Back

All about insurance coverage for small businesses during COVID-19

The information contained in this post is provided for informational purposes only, and should not be construed as advice from GoDaddy on any subject matter.

Most business owners could have never predicted the impact that the COVID-19 pandemic would have on their local economies. When cities and states started to shut down and enact restrictions, many thought it would only be for a few weeks. Now, months later, the pandemic continues – with no signs of slowing down.

During these uncertain times, your insurance policies are more important than ever. You can directly see the risks that your company faces and need to protect all the money that you can.

Let’s get to know some different types of small business insurance policies.

General liability and professional liability insurance

There are two main types of insurance that provide an umbrella of protection for your small business: general liability and professional liability.

General liability insurance covers physical injuries and property damage within your business. Worker’s compensation is covered under general liability, but it also covers your business in the event that a customer or guest is also harmed on your premises. General liability is invaluable for most businesses, protecting companies in the event of property damage, reputational harm, and advertising errors.

Professional liability protects companies from errors in their products or services. For example, if a webmaster makes an error on a website that drives down sales (or causes a company to sell items at a severely discounted rate), then the insurance will cover the cost of the mistake. Professional liability protects companies from the mistakes they make.

Many forms of business insurance will bundle both professional and general liability; however, it is important to know the differences so you understand how you are covered.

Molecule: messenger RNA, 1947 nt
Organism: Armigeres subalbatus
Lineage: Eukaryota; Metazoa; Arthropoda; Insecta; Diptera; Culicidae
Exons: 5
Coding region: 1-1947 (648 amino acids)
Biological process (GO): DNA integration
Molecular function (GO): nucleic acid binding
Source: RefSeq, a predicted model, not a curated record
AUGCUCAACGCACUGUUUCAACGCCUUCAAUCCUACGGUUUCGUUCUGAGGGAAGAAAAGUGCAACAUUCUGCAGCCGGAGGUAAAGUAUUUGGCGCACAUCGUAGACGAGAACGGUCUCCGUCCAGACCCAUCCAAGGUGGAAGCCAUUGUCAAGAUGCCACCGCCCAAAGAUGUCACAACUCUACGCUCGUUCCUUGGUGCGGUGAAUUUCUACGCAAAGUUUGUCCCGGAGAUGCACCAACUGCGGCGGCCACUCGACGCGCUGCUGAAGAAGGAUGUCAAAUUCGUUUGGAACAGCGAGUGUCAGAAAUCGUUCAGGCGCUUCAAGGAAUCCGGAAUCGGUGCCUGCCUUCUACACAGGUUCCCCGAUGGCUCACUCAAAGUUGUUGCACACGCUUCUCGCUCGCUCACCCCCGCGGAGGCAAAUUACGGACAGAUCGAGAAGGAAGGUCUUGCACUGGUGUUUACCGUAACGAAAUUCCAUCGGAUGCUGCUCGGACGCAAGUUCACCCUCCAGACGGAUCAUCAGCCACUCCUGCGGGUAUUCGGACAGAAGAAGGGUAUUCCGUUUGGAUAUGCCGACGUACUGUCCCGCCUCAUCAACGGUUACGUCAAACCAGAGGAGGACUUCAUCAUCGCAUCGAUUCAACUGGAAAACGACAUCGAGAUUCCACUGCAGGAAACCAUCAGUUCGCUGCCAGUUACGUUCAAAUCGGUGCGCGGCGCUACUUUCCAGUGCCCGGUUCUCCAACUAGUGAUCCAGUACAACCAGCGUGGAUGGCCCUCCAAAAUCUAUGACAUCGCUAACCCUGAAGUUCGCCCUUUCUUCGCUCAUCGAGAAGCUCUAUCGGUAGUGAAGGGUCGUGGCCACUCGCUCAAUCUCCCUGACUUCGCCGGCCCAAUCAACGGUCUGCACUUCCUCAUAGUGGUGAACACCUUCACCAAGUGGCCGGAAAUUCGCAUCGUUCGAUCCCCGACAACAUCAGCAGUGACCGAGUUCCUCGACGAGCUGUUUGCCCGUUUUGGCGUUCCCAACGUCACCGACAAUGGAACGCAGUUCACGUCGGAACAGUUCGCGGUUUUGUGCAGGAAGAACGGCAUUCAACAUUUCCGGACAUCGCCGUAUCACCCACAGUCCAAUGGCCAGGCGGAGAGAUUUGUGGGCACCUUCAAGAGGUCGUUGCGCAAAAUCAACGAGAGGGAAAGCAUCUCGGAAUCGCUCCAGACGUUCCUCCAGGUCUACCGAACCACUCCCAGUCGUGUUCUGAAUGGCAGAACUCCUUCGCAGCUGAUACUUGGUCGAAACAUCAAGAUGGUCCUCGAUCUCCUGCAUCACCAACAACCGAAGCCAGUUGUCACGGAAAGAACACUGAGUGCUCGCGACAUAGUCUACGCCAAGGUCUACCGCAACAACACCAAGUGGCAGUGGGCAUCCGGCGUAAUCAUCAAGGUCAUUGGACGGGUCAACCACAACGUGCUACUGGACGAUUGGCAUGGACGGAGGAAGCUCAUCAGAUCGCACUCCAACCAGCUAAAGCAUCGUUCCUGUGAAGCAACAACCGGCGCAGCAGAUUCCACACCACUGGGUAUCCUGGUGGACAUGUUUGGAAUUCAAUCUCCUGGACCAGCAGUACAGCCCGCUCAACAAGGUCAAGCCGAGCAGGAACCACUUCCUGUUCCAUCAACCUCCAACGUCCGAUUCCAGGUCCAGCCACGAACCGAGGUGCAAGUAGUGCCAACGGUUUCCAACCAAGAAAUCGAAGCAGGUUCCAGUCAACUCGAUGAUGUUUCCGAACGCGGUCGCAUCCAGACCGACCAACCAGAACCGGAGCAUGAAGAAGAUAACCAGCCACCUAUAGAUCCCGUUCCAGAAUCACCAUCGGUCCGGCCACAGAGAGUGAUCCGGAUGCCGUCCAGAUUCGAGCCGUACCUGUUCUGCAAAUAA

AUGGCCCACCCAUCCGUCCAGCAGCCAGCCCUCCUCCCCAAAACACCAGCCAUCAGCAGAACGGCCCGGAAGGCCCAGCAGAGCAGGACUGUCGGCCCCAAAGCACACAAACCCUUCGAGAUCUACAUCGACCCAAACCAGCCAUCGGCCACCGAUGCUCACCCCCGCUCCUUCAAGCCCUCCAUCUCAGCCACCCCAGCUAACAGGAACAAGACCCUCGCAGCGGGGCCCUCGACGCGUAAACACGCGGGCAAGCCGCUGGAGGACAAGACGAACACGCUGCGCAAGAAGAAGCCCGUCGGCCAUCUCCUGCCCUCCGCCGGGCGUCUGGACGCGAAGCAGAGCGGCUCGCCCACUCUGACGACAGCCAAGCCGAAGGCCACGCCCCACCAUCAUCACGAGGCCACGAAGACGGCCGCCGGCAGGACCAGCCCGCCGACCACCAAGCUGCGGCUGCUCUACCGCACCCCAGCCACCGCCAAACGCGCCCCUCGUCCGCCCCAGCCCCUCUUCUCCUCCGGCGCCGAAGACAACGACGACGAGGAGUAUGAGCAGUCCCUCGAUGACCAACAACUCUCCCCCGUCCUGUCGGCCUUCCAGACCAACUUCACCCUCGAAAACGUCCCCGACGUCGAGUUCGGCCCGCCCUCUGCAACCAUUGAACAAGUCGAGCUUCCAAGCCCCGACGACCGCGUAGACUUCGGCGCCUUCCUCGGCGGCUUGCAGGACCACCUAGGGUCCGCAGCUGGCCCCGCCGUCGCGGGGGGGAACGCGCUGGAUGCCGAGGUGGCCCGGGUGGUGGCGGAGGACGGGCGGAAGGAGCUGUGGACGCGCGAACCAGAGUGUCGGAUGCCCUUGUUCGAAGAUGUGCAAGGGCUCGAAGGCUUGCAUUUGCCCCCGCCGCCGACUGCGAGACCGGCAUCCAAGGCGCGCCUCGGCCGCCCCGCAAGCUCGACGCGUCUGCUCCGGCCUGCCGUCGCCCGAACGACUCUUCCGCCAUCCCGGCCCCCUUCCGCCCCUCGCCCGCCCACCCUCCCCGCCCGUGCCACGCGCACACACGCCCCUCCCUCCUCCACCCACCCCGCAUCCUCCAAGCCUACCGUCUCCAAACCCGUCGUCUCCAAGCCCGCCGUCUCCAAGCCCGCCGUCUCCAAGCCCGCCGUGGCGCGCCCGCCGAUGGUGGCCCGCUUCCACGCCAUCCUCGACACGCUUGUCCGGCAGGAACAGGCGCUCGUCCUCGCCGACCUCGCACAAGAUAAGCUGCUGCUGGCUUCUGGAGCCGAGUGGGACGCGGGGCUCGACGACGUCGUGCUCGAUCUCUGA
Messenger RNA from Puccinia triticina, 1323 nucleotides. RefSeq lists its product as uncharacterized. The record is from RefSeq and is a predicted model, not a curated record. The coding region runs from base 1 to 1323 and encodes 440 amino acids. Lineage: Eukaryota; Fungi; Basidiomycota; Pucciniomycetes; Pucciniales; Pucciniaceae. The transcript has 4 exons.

Understanding worker’s comp insurance and COVID-19

Worker’s compensation insurance protects you in the event that an employee is injured on the job. If an employee falls on a flight of stairs, the worker’s comp will cover their medical treatment and bills until they can recover.

If your business transitioned to remote work during this time, the worker’s comp still covers your team members.  As long as they are injured doing work for the company, the insurance should cover it.

That being said, there have been some debates about worker’s comp and COVID-19. This insurance typically does not cover illness like the common cold or flu. Furthermore, it is almost impossible for an employee to prove that they contracted the disease through their employment.

However, some states have taken action to protect essential workers (like healthcare providers and grocery clerks) who come down with the illness. Know your state guidelines and what worker’s comp covers in your area.

How can you make sure you are insured?

If you purchased business insurance when you first opened your doors and never reviewed your policy, now is the perfect time to learn what is actually covered. Make sure you have the amount of coverage you want and that you have enough general liability and worker’s comp coverage to protect your assets and your staff.

Even if you are happy with your insurance, shop around. It won’t hurt to get a few quotes from other companies on insurance costs and coverage. You may find that there’s a better deal out there that offers more protection or costs less.

Many insurance companies are responding quickly to the COVID-19 pandemic. Now is a good time to get better coverage or develop a new understanding of how your business will be protected should you need it.

Check out OpenWeStand‘s Resources page for more articles, advice, and strategies small businesses can use to get through these tough times.